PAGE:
(HOST) Edith Hunter wrote commentaries for VPR for more than a decade,
up to about a month before she died over the weekend at the age of 92.
She had a dry wit, and a thoroughly practical turn of mind. As we think
back over her many commentaries, we’re reminded of the time a few years
ago, when she talked about her new-found appreciation of the cane, and
managed to reflect at the same time, on longevity, stability and utility
– in roughly that order.
When I was in college, my mother began using a cane. I always remember
how critical she was of a friend who refused to use one although she
would have profited greatly by its use. My mother used to say: "Jessie’s
too proud to use a cane."
I’ll be 90 in December and was
feeling unsteady on my feet. Remembering my mother’s words and actions I
went to the umbrella stand in the back hall of this wonderful house to
select a cane from among the umbrellas and canes. There was a
hiking stick made for me by my friend Phil Woodbury to use when I was
leading history hikes around Weathersfield. It was sturdy, but just a
straight stick. Then there was the fancy walking stick. It was
one Aunt Mary had brought back when she was a young girl and the family
had gone hiking in the alps. It had a metal pike on the end for
stabbing into glaciers. It was a little too lethal for my purposes. The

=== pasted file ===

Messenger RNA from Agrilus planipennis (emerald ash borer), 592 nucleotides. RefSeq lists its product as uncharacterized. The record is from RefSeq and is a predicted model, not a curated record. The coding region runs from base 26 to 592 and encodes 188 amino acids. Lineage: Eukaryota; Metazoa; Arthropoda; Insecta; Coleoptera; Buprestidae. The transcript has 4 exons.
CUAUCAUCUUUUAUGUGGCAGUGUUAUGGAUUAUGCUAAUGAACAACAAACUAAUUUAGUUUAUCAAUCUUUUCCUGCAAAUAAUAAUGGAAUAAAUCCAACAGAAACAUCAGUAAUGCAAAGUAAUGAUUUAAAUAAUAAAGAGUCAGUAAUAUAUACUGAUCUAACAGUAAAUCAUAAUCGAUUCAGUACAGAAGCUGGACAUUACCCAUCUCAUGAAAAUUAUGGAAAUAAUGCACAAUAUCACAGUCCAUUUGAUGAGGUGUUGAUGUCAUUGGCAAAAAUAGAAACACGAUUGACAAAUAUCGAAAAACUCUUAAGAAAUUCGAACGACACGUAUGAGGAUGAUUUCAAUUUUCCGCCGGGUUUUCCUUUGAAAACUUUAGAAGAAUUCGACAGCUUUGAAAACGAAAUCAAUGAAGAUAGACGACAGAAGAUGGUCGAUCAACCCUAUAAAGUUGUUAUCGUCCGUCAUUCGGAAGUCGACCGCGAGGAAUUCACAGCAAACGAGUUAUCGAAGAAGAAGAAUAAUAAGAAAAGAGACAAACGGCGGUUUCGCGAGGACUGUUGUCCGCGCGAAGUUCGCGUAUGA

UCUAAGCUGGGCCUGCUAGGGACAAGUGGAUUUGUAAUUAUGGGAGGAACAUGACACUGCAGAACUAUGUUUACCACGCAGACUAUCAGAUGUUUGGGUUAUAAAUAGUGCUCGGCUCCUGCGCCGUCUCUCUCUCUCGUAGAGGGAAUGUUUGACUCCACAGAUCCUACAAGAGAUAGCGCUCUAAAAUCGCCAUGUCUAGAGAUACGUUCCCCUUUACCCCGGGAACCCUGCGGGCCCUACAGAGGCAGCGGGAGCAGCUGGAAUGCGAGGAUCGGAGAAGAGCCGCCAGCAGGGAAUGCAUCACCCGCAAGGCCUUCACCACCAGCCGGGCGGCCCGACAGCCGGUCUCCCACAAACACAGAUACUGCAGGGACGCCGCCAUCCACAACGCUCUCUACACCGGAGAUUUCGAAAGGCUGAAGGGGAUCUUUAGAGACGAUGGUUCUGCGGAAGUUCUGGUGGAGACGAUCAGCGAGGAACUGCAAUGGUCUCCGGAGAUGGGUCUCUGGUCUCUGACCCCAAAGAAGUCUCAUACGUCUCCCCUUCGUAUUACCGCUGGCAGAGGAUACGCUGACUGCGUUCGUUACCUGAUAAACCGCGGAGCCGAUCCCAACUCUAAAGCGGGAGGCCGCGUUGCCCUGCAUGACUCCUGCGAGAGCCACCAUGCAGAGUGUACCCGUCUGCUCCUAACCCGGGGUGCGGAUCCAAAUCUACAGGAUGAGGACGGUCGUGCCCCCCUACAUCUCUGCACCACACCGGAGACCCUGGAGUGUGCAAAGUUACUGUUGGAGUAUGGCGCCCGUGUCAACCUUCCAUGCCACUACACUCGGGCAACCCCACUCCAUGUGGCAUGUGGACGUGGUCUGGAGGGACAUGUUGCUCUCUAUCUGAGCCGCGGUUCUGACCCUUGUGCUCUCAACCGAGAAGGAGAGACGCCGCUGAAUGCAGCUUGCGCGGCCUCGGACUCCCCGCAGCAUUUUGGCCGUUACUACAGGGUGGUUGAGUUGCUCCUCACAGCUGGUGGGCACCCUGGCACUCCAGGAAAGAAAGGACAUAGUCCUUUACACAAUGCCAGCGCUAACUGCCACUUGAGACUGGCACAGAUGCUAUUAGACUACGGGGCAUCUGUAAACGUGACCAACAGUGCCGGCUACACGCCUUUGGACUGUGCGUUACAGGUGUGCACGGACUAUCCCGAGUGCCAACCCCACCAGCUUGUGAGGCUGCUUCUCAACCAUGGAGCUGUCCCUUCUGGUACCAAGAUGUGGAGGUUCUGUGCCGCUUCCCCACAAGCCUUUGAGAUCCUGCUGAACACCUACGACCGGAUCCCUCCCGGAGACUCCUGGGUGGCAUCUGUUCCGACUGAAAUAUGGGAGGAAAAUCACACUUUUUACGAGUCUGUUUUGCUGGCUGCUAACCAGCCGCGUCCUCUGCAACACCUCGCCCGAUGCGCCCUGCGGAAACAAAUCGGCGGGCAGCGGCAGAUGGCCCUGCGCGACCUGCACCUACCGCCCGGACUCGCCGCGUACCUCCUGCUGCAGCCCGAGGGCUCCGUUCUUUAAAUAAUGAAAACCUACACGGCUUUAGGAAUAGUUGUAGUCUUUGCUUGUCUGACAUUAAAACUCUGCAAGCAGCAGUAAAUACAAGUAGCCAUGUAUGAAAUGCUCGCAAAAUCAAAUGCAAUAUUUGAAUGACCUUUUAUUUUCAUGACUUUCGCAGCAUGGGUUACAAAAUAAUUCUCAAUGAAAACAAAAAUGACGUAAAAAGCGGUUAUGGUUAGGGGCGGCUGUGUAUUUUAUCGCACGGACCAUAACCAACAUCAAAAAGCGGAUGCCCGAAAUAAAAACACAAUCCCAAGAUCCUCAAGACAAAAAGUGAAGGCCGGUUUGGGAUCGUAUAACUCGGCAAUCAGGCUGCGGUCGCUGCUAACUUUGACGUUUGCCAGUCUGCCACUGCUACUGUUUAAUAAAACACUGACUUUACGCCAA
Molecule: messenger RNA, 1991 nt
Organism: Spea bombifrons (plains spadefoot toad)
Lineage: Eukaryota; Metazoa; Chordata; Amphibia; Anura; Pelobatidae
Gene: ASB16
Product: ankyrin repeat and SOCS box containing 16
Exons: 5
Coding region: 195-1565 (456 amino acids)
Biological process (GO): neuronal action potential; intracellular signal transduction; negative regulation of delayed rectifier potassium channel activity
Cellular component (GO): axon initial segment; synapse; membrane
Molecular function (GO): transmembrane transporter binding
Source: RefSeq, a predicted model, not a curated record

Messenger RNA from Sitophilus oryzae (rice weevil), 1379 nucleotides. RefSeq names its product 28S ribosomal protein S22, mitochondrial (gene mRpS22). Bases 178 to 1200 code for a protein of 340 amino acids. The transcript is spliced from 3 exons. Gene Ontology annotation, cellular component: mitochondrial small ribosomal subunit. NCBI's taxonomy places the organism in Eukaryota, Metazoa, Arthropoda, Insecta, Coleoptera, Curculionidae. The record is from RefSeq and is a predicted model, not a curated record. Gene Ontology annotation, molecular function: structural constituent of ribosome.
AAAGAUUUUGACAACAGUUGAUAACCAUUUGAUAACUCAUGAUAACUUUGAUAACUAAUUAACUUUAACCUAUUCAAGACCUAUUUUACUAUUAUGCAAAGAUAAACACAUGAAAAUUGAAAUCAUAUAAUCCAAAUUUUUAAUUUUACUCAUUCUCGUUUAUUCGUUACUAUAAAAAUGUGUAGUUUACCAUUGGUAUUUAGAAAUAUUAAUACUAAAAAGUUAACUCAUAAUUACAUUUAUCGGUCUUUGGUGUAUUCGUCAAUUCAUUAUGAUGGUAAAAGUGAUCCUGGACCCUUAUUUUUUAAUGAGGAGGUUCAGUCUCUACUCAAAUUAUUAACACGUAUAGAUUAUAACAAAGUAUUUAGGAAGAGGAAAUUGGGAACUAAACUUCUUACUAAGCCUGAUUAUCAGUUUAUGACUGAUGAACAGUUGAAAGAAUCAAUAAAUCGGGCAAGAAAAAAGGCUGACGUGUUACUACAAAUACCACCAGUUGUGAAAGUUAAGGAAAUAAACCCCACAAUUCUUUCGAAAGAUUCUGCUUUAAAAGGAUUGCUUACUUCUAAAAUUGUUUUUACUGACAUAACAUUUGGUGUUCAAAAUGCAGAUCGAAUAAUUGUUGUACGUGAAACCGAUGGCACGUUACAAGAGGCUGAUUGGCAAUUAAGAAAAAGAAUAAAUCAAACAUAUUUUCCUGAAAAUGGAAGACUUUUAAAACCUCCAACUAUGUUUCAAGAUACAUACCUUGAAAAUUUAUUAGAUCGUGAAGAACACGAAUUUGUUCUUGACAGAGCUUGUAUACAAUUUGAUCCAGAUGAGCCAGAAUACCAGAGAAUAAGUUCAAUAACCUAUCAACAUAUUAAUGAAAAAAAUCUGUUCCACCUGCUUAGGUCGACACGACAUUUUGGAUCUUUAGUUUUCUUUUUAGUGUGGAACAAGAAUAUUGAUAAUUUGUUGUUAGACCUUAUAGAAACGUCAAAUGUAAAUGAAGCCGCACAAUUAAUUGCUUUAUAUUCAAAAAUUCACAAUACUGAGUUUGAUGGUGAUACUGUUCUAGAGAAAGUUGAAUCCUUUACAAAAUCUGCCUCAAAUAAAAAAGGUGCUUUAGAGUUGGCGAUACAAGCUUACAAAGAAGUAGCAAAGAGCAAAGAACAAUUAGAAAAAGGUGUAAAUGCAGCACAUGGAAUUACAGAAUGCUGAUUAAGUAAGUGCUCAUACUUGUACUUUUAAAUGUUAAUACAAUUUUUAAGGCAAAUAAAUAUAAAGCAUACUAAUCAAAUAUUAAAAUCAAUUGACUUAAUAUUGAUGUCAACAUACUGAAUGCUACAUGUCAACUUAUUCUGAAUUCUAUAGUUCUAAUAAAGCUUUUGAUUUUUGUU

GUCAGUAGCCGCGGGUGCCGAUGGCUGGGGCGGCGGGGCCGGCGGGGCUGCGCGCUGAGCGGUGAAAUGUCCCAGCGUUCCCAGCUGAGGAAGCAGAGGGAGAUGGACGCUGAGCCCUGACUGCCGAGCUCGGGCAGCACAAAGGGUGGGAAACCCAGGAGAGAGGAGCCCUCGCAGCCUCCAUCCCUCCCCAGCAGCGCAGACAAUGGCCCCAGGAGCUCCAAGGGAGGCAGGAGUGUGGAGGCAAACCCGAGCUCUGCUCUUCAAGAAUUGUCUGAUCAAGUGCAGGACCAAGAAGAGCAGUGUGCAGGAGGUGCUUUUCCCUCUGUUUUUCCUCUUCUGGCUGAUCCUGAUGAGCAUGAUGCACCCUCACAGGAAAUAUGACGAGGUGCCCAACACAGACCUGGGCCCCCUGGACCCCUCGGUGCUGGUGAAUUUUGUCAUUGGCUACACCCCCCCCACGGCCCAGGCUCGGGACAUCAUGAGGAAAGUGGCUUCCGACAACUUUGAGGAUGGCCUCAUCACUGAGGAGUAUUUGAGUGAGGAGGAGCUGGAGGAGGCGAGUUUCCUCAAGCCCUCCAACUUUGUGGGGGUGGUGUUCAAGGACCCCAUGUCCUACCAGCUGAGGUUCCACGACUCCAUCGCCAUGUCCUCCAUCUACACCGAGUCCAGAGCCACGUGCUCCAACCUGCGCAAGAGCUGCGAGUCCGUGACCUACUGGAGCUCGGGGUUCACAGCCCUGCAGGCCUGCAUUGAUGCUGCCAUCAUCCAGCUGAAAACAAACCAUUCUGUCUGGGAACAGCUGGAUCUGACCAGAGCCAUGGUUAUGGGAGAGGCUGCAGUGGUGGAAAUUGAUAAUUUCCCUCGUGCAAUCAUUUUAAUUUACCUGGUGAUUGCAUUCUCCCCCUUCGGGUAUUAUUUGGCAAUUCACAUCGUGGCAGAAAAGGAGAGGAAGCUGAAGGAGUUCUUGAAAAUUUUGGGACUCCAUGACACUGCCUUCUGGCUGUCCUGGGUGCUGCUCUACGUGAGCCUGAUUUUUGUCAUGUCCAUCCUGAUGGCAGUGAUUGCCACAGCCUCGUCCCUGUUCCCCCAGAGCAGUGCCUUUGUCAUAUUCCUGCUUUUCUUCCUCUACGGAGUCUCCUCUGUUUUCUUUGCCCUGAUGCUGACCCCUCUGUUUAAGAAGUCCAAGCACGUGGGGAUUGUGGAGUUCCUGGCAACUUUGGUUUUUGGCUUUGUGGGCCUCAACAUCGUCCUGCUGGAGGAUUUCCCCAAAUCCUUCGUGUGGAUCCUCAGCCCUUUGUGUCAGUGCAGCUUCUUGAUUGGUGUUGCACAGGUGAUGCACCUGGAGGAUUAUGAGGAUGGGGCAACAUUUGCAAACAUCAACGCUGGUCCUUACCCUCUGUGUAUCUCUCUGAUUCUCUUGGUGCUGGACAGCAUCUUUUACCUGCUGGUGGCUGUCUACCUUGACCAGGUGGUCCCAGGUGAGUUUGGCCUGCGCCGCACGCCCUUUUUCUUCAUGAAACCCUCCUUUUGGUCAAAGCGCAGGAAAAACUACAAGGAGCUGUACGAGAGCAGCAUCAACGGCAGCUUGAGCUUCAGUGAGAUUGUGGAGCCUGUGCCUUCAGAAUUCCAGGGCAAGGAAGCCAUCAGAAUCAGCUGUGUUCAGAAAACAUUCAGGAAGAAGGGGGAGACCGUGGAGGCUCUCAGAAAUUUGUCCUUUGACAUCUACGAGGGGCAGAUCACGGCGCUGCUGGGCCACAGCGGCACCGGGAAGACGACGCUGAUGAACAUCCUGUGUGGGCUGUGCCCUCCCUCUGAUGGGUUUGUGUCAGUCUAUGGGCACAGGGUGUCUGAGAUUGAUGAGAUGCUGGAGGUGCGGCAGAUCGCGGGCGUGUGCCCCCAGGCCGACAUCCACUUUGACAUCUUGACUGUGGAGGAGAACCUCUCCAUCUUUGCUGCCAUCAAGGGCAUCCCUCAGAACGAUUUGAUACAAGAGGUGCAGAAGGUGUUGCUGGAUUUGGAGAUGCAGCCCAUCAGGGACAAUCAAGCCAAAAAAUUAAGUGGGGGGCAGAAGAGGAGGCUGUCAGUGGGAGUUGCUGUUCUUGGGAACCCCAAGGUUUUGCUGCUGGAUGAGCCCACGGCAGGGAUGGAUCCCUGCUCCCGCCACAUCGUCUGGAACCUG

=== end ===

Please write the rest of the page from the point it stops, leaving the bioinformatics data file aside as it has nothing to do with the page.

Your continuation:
one I finally chose is a great one, made from a piece of strong wood
with a natural curve for the handle.
find the cane is a very reassuring addition to my regular equipment.
But In addition to the primary use of a cane, I have discovered a whole
host of uses not always associated with canes. If two friends
are talking at some distance, rather than rudely shouting out to them, I
reach out and gently tap one of them on the leg. If something has
fallen on the floor at some distance, it is often possible to reach out
and drag it closer with the cane. And if the waste basket seems full, it
is possible to trample the contents down with the cane, without soiling
one’s hands. Very
often after coming through a door if it doesn’t automatically close, I
just reach back with the curved handle of the cane and pull the door
In 1861 the people of Weathersfield decided to remodel
the lovely brick meeting house and put the sanctuary upstairs and the
town hall downstairs. After the brick church burned in 1985, it was
restored exactly as the church had been remodeled in 1861. A
chair lift was installed in 1987. I use the chair lift to ride up to
the sanctuary. The arm of the chair lifts out of the way to make it
easier to sit down. But then it is necessary to get the arm down. I
found that if I snagged it with the curved end of the cane, I could
bring it down easily. So if you are considering adding a cane
to your equipment, go ahead, and I’m sure you will discover even more
creative uses than I have.